I said yesterday, how would your world change if everything on the outside of your house generated electricity? I skipped windows because they are a topic in and of themselves.
Photovoltaic (PV) vision glass substitutes a thin-film, semi-transparent photovoltaic panel for the exterior glass panel in an otherwise traditional double-pane glass window or skylight. Electric wires extend from the sides of each glass unit and are connected to wires from other windows, building up the entire system. The technology, while available in Europe, is currently being developed as part of a United States Department of Energy PV-BONUS project.
On the University of Wisconsin-Green Bay campus, the system, rated at about 11 kW, substitutes Building Integrated Photovoltaic vision glass for traditional windows in the Wintergarden of Mary Ann Cofrin Hall.
|This system spans 2,000 square feet and generates about 12,500 kWh annually. The “PV Glass” unit was manufactured by Viracon, Inc. using BP Solar MST-43LV 43-watt, thin-film photovoltaic modules and was installed in a standard Kawneer Company 1600 PowerWall (TM). In this application, BP Solar laser-etched their photovoltaic modules to create a desired transmittance for the Wintergarden.||
A total of 252 modules were installed. Each vision glass surface has 13 layers of thin film, altogether thinner than one piece of paper, sandwiched between two protective layers of glass.
What if it was a SMART Window? One that opened when the house got too cold or too hot?
Performance evaluation of a PV ventilated window applying to office building of Hong Kong
Received 29 June 2006;
revised 23 September 2006;
accepted 26 September 2006.
Available online 6 December 2006.
PV ventilated glazing technology for application in warm climate provides energy saving opportunities through the reduction in air-conditioning load, the daylight utilization, and the green electric power generation. In a working environment, the use of semi-transparent a-Si glazing is deemed better than the one with non-transparent c-Si solar cells. This paper reports an evaluation of its integrated performance using a small office room in Hong Kong as an example. An energy model of a PV ventilated window system is first introduced. Based on this together with the TMY weather data of Hong Kong and the daylight simulation capability of the EnergyPlus program, the overall performance analysis have been executed for different window orientations. It was found that a solar cell transmittance in the range of 0.45–0.55 could achieve the best electricity saving.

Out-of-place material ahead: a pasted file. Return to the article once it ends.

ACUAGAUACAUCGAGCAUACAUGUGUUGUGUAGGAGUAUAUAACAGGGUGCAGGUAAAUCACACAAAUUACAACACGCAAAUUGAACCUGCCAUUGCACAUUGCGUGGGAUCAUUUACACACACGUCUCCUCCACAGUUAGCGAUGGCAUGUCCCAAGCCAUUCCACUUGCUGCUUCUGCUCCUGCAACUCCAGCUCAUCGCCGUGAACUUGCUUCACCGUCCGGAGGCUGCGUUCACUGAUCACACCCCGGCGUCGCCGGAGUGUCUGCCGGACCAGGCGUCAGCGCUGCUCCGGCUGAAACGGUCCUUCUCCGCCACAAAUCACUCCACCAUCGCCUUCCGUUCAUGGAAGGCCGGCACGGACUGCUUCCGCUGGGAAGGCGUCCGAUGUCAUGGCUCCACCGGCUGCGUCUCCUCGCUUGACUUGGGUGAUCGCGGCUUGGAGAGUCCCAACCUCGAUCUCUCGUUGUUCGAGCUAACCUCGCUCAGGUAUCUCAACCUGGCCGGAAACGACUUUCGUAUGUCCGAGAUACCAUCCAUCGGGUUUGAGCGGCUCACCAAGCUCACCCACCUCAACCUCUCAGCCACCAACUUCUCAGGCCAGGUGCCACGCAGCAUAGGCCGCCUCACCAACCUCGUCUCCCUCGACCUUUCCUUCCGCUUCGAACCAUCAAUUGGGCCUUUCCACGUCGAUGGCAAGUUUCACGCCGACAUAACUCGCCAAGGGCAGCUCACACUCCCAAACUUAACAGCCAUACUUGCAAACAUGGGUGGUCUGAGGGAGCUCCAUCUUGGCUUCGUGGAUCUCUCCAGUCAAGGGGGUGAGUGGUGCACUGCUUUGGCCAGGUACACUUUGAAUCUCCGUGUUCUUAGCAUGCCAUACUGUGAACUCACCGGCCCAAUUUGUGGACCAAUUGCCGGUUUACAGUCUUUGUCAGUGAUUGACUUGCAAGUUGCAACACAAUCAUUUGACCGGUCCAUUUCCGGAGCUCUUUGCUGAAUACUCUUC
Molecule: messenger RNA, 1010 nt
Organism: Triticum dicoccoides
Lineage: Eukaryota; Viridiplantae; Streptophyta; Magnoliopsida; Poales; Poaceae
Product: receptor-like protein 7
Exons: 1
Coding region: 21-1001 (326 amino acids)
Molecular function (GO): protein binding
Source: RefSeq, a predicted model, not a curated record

It’s getting to be big business:
Konarka partners with window company on BIPV; integrating photovoltaics with glass
May 12, 2009–Konarka Technologies (Lowell, MA), a developer of Konarka Power Plastic, a material that converts light to energy, entered into an advanced product development agreement with Florida-based Arch Aluminum & Glass Co. Together, they plan to collaborate on building integrated photovoltaics (BIPV), with a memorandum of understanding to integrate Konarka’s patent-protected thin-film solar material into glass for various commercial BIPV applications (see “ Thin-film and organic photovoltaic manufacturing to reach 29 GWp” and “THIN-FILM PHOTOVOLTAICS: The key to success is higher efficiency“).
“Konarka is making great strides with our aggressive plans to expand into various markets, including building and construction,” said Rick Hess, president and CEO at Konarka. “Because our solar material is flexible, lightweight and semi-transparent, it integrates easier and is more aesthetically appealing than other solar products, making it ideally suited for BIPV applications. We expect that our collaborative work with Arch Aluminum & Glass will advance the delivery of Konarka Power Plastic on a large scale basis into this market segment.”
Arch Aluminum specializes in a wide range of artistic and architectural glass products to keep pace with the demands of today’s architects, designers and building developers. The company offers in-house laminating, heat-treating and fabrication technology as well as selective, engineered, off-the-shelf aluminum and glass products.
“Until today, aesthetic and performance concerns limited the ability of architects to use BIPV technology in their designs,” said Arch CEO Leon Silverstein. “This product development investigation is about the creation of a new product category, one that had been unavailable until today. It is energy-efficient and transparent with superior vertical performance and a subtle red, blue or green aesthetic. With these features, BIPV will no longer need to be confined to spandrel or overhead applications. An entire building can be put to use, producing its own power, and looking good doing so.”
In October 2008, Konarka opened the largest roll-to-roll flexible thin film solar manufacturing facility in the world, preparing for the commercialization and mass production of its solar material for various market segments including sensors, consumer products, tent and fabric structures, greenhouses, marine and boating, building construction, as well as fashion and accessories, among others.
This would be Barack Obama’s GREEN Economy or as I like to say Greenomy.